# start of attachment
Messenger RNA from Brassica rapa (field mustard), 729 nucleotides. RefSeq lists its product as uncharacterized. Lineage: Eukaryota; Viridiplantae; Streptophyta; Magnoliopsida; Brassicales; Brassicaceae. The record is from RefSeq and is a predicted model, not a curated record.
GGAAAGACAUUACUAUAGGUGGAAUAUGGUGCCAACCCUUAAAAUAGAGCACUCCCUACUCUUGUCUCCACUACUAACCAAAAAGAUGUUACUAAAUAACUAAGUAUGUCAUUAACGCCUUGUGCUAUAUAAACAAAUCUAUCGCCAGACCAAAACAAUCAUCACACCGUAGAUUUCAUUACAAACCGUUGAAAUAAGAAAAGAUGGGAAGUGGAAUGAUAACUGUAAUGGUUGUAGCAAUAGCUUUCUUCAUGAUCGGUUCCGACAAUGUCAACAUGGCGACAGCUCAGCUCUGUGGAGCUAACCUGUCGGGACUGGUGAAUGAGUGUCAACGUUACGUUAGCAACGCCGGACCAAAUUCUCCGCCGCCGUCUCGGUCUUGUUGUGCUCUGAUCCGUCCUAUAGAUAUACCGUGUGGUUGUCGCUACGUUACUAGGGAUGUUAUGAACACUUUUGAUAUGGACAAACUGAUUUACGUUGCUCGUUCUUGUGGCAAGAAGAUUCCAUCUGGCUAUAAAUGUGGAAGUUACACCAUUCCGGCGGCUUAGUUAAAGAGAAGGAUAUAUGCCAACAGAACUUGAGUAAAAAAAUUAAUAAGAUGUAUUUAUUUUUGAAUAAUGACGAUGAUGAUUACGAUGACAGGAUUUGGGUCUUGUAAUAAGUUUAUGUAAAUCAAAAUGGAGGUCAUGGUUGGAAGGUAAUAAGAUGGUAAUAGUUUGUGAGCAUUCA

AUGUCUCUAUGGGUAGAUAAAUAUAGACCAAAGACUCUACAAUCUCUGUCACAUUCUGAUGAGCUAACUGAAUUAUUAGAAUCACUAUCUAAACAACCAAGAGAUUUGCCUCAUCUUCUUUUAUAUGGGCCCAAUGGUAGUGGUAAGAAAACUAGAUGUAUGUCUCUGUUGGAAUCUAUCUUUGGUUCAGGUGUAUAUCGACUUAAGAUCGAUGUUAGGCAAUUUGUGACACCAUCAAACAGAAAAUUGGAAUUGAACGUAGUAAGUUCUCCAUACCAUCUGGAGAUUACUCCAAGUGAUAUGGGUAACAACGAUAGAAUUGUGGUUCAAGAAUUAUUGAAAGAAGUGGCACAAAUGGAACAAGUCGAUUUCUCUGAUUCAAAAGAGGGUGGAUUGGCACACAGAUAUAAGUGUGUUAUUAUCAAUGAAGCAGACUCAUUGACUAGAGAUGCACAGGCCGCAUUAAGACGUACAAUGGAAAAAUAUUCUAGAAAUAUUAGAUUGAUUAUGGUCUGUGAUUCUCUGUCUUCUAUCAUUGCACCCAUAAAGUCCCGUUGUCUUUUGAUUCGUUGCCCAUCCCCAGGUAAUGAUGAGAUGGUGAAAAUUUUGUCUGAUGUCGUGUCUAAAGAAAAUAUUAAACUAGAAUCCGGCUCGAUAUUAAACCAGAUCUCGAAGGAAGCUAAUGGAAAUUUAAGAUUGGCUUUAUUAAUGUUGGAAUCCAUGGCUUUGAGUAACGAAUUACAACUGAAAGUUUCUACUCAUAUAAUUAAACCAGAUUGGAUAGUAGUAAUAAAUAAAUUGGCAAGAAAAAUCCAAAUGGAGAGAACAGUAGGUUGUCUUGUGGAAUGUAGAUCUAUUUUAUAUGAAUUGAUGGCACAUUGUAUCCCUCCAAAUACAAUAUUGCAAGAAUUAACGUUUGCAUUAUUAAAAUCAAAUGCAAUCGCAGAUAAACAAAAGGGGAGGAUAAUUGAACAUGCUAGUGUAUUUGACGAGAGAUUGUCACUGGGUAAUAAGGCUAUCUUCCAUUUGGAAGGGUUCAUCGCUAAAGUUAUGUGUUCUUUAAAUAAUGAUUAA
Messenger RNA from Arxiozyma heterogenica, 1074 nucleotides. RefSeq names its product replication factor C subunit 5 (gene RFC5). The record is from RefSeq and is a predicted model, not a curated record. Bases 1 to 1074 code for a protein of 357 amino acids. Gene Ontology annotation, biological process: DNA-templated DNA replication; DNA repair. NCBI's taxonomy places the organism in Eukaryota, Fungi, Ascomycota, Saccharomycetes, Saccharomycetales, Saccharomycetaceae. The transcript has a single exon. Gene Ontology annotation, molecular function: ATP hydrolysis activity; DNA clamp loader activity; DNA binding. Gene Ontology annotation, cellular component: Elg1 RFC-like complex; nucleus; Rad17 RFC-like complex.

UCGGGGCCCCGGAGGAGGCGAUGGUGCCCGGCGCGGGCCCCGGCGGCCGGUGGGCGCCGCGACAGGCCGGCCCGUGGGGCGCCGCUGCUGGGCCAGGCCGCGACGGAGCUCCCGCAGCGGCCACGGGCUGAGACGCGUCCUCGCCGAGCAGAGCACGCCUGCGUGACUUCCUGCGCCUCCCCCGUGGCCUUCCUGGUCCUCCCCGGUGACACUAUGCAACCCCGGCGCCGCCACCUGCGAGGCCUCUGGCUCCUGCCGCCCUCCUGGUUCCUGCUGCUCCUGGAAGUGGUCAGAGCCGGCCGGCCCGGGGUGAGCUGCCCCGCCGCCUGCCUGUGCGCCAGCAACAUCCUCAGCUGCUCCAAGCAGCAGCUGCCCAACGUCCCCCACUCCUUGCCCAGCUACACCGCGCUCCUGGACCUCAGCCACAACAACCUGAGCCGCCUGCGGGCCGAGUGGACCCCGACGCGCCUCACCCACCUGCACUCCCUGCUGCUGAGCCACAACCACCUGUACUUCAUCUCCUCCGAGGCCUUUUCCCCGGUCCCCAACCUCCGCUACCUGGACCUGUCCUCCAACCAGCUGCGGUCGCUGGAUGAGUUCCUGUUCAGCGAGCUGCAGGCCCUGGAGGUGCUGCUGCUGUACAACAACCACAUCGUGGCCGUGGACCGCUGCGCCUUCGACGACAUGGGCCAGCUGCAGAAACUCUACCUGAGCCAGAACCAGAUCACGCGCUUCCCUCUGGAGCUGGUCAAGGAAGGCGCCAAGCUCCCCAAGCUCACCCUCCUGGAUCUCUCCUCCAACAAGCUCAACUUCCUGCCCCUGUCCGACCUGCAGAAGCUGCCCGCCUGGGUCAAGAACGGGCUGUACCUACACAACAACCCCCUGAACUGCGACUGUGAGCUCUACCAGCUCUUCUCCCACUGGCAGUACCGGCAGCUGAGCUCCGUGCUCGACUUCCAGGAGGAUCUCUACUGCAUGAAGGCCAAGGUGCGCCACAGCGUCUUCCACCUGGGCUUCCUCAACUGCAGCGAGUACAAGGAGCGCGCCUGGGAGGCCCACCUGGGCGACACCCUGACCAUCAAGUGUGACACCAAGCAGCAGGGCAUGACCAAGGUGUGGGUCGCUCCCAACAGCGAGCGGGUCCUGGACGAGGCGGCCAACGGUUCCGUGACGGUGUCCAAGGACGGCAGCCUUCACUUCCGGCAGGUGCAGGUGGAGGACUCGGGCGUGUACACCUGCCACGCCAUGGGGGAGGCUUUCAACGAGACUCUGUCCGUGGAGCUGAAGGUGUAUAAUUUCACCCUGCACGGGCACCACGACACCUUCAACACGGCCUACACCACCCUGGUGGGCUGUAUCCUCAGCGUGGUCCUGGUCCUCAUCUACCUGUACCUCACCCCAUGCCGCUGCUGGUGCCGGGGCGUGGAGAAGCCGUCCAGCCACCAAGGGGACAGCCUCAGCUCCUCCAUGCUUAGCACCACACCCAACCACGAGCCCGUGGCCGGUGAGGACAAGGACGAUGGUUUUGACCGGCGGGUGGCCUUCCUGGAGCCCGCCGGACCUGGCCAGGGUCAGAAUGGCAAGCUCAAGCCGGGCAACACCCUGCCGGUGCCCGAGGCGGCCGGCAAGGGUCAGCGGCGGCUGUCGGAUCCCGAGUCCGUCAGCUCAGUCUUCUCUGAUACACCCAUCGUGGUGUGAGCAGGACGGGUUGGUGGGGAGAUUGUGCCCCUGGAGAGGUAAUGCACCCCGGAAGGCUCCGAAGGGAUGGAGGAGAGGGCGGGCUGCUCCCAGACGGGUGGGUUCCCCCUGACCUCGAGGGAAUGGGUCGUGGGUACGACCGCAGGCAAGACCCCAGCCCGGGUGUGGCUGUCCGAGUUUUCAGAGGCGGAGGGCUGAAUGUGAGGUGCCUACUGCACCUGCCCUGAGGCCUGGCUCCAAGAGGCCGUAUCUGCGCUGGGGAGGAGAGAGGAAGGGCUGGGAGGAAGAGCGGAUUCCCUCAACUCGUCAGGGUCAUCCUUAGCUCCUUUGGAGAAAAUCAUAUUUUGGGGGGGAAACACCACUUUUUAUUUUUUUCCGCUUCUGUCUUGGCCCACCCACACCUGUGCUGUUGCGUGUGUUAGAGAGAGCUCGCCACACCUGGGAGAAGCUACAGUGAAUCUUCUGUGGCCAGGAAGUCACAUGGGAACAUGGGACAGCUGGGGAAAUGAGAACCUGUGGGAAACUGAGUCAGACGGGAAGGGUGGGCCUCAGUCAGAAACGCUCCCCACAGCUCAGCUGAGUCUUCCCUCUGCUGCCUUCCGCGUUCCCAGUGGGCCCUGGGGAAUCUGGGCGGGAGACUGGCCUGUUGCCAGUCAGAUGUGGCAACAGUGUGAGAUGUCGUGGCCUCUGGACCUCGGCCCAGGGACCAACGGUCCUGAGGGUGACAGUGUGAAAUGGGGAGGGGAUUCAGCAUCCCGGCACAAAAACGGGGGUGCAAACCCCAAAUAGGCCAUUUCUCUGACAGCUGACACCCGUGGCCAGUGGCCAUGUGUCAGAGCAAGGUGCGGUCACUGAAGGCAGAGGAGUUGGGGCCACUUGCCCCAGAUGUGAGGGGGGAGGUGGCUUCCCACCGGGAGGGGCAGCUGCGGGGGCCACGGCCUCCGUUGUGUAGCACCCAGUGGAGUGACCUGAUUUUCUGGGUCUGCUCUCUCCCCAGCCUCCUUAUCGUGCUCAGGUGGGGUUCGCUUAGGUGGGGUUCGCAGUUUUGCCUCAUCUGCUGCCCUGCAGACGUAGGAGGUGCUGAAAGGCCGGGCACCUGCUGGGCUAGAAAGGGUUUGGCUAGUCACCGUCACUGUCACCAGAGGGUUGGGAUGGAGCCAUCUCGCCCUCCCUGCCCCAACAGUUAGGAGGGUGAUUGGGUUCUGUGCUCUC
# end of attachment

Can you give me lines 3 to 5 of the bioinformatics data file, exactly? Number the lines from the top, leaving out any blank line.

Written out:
AUGUCUCUAUGGGUAGAUAAAUAUAGACCAAAGACUCUACAAUCUCUGUCACAUUCUGAUGAGCUAACUGAAUUAUUAGAAUCACUAUCUAAACAACCAAGAGAUUUGCCUCAUCUUCUUUUAUAUGGGCCCAAUGGUAGUGGUAAGAAAACUAGAUGUAUGUCUCUGUUGGAAUCUAUCUUUGGUUCAGGUGUAUAUCGACUUAAGAUCGAUGUUAGGCAAUUUGUGACACCAUCAAACAGAAAAUUGGAAUUGAACGUAGUAAGUUCUCCAUACCAUCUGGAGAUUACUCCAAGUGAUAUGGGUAACAACGAUAGAAUUGUGGUUCAAGAAUUAUUGAAAGAAGUGGCACAAAUGGAACAAGUCGAUUUCUCUGAUUCAAAAGAGGGUGGAUUGGCACACAGAUAUAAGUGUGUUAUUAUCAAUGAAGCAGACUCAUUGACUAGAGAUGCACAGGCCGCAUUAAGACGUACAAUGGAAAAAUAUUCUAGAAAUAUUAGAUUGAUUAUGGUCUGUGAUUCUCUGUCUUCUAUCAUUGCACCCAUAAAGUCCCGUUGUCUUUUGAUUCGUUGCCCAUCCCCAGGUAAUGAUGAGAUGGUGAAAAUUUUGUCUGAUGUCGUGUCUAAAGAAAAUAUUAAACUAGAAUCCGGCUCGAUAUUAAACCAGAUCUCGAAGGAAGCUAAUGGAAAUUUAAGAUUGGCUUUAUUAAUGUUGGAAUCCAUGGCUUUGAGUAACGAAUUACAACUGAAAGUUUCUACUCAUAUAAUUAAACCAGAUUGGAUAGUAGUAAUAAAUAAAUUGGCAAGAAAAAUCCAAAUGGAGAGAACAGUAGGUUGUCUUGUGGAAUGUAGAUCUAUUUUAUAUGAAUUGAUGGCACAUUGUAUCCCUCCAAAUACAAUAUUGCAAGAAUUAACGUUUGCAUUAUUAAAAUCAAAUGCAAUCGCAGAUAAACAAAAGGGGAGGAUAAUUGAACAUGCUAGUGUAUUUGACGAGAGAUUGUCACUGGGUAAUAAGGCUAUCUUCCAUUUGGAAGGGUUCAUCGCUAAAGUUAUGUGUUCUUUAAAUAAUGAUUAA
Messenger RNA from Arxiozyma heterogenica, 1074 nucleotides. RefSeq names its product replication factor C subunit 5 (gene RFC5). The record is from RefSeq and is a predicted model, not a curated record. Bases 1 to 1074 code for a protein of 357 amino acids. Gene Ontology annotation, biological process: DNA-templated DNA replication; DNA repair. NCBI's taxonomy places the organism in Eukaryota, Fungi, Ascomycota, Saccharomycetes, Saccharomycetales, Saccharomycetaceae. The transcript has a single exon. Gene Ontology annotation, molecular function: ATP hydrolysis activity; DNA clamp loader activity; DNA binding. Gene Ontology annotation, cellular component: Elg1 RFC-like complex; nucleus; Rad17 RFC-like complex.

UCGGGGCCCCGGAGGAGGCGAUGGUGCCCGGCGCGGGCCCCGGCGGCCGGUGGGCGCCGCGACAGGCCGGCCCGUGGGGCGCCGCUGCUGGGCCAGGCCGCGACGGAGCUCCCGCAGCGGCCACGGGCUGAGACGCGUCCUCGCCGAGCAGAGCACGCCUGCGUGACUUCCUGCGCCUCCCCCGUGGCCUUCCUGGUCCUCCCCGGUGACACUAUGCAACCCCGGCGCCGCCACCUGCGAGGCCUCUGGCUCCUGCCGCCCUCCUGGUUCCUGCUGCUCCUGGAAGUGGUCAGAGCCGGCCGGCCCGGGGUGAGCUGCCCCGCCGCCUGCCUGUGCGCCAGCAACAUCCUCAGCUGCUCCAAGCAGCAGCUGCCCAACGUCCCCCACUCCUUGCCCAGCUACACCGCGCUCCUGGACCUCAGCCACAACAACCUGAGCCGCCUGCGGGCCGAGUGGACCCCGACGCGCCUCACCCACCUGCACUCCCUGCUGCUGAGCCACAACCACCUGUACUUCAUCUCCUCCGAGGCCUUUUCCCCGGUCCCCAACCUCCGCUACCUGGACCUGUCCUCCAACCAGCUGCGGUCGCUGGAUGAGUUCCUGUUCAGCGAGCUGCAGGCCCUGGAGGUGCUGCUGCUGUACAACAACCACAUCGUGGCCGUGGACCGCUGCGCCUUCGACGACAUGGGCCAGCUGCAGAAACUCUACCUGAGCCAGAACCAGAUCACGCGCUUCCCUCUGGAGCUGGUCAAGGAAGGCGCCAAGCUCCCCAAGCUCACCCUCCUGGAUCUCUCCUCCAACAAGCUCAACUUCCUGCCCCUGUCCGACCUGCAGAAGCUGCCCGCCUGGGUCAAGAACGGGCUGUACCUACACAACAACCCCCUGAACUGCGACUGUGAGCUCUACCAGCUCUUCUCCCACUGGCAGUACCGGCAGCUGAGCUCCGUGCUCGACUUCCAGGAGGAUCUCUACUGCAUGAAGGCCAAGGUGCGCCACAGCGUCUUCCACCUGGGCUUCCUCAACUGCAGCGAGUACAAGGAGCGCGCCUGGGAGGCCCACCUGGGCGACACCCUGACCAUCAAGUGUGACACCAAGCAGCAGGGCAUGACCAAGGUGUGGGUCGCUCCCAACAGCGAGCGGGUCCUGGACGAGGCGGCCAACGGUUCCGUGACGGUGUCCAAGGACGGCAGCCUUCACUUCCGGCAGGUGCAGGUGGAGGACUCGGGCGUGUACACCUGCCACGCCAUGGGGGAGGCUUUCAACGAGACUCUGUCCGUGGAGCUGAAGGUGUAUAAUUUCACCCUGCACGGGCACCACGACACCUUCAACACGGCCUACACCACCCUGGUGGGCUGUAUCCUCAGCGUGGUCCUGGUCCUCAUCUACCUGUACCUCACCCCAUGCCGCUGCUGGUGCCGGGGCGUGGAGAAGCCGUCCAGCCACCAAGGGGACAGCCUCAGCUCCUCCAUGCUUAGCACCACACCCAACCACGAGCCCGUGGCCGGUGAGGACAAGGACGAUGGUUUUGACCGGCGGGUGGCCUUCCUGGAGCCCGCCGGACCUGGCCAGGGUCAGAAUGGCAAGCUCAAGCCGGGCAACACCCUGCCGGUGCCCGAGGCGGCCGGCAAGGGUCAGCGGCGGCUGUCGGAUCCCGAGUCCGUCAGCUCAGUCUUCUCUGAUACACCCAUCGUGGUGUGAGCAGGACGGGUUGGUGGGGAGAUUGUGCCCCUGGAGAGGUAAUGCACCCCGGAAGGCUCCGAAGGGAUGGAGGAGAGGGCGGGCUGCUCCCAGACGGGUGGGUUCCCCCUGACCUCGAGGGAAUGGGUCGUGGGUACGACCGCAGGCAAGACCCCAGCCCGGGUGUGGCUGUCCGAGUUUUCAGAGGCGGAGGGCUGAAUGUGAGGUGCCUACUGCACCUGCCCUGAGGCCUGGCUCCAAGAGGCCGUAUCUGCGCUGGGGAGGAGAGAGGAAGGGCUGGGAGGAAGAGCGGAUUCCCUCAACUCGUCAGGGUCAUCCUUAGCUCCUUUGGAGAAAAUCAUAUUUUGGGGGGGAAACACCACUUUUUAUUUUUUUCCGCUUCUGUCUUGGCCCACCCACACCUGUGCUGUUGCGUGUGUUAGAGAGAGCUCGCCACACCUGGGAGAAGCUACAGUGAAUCUUCUGUGGCCAGGAAGUCACAUGGGAACAUGGGACAGCUGGGGAAAUGAGAACCUGUGGGAAACUGAGUCAGACGGGAAGGGUGGGCCUCAGUCAGAAACGCUCCCCACAGCUCAGCUGAGUCUUCCCUCUGCUGCCUUCCGCGUUCCCAGUGGGCCCUGGGGAAUCUGGGCGGGAGACUGGCCUGUUGCCAGUCAGAUGUGGCAACAGUGUGAGAUGUCGUGGCCUCUGGACCUCGGCCCAGGGACCAACGGUCCUGAGGGUGACAGUGUGAAAUGGGGAGGGGAUUCAGCAUCCCGGCACAAAAACGGGGGUGCAAACCCCAAAUAGGCCAUUUCUCUGACAGCUGACACCCGUGGCCAGUGGCCAUGUGUCAGAGCAAGGUGCGGUCACUGAAGGCAGAGGAGUUGGGGCCACUUGCCCCAGAUGUGAGGGGGGAGGUGGCUUCCCACCGGGAGGGGCAGCUGCGGGGGCCACGGCCUCCGUUGUGUAGCACCCAGUGGAGUGACCUGAUUUUCUGGGUCUGCUCUCUCCCCAGCCUCCUUAUCGUGCUCAGGUGGGGUUCGCUUAGGUGGGGUUCGCAGUUUUGCCUCAUCUGCUGCCCUGCAGACGUAGGAGGUGCUGAAAGGCCGGGCACCUGCUGGGCUAGAAAGGGUUUGGCUAGUCACCGUCACUGUCACCAGAGGGUUGGGAUGGAGCCAUCUCGCCCUCCCUGCCCCAACAGUUAGGAGGGUGAUUGGGUUCUGUGCUCUC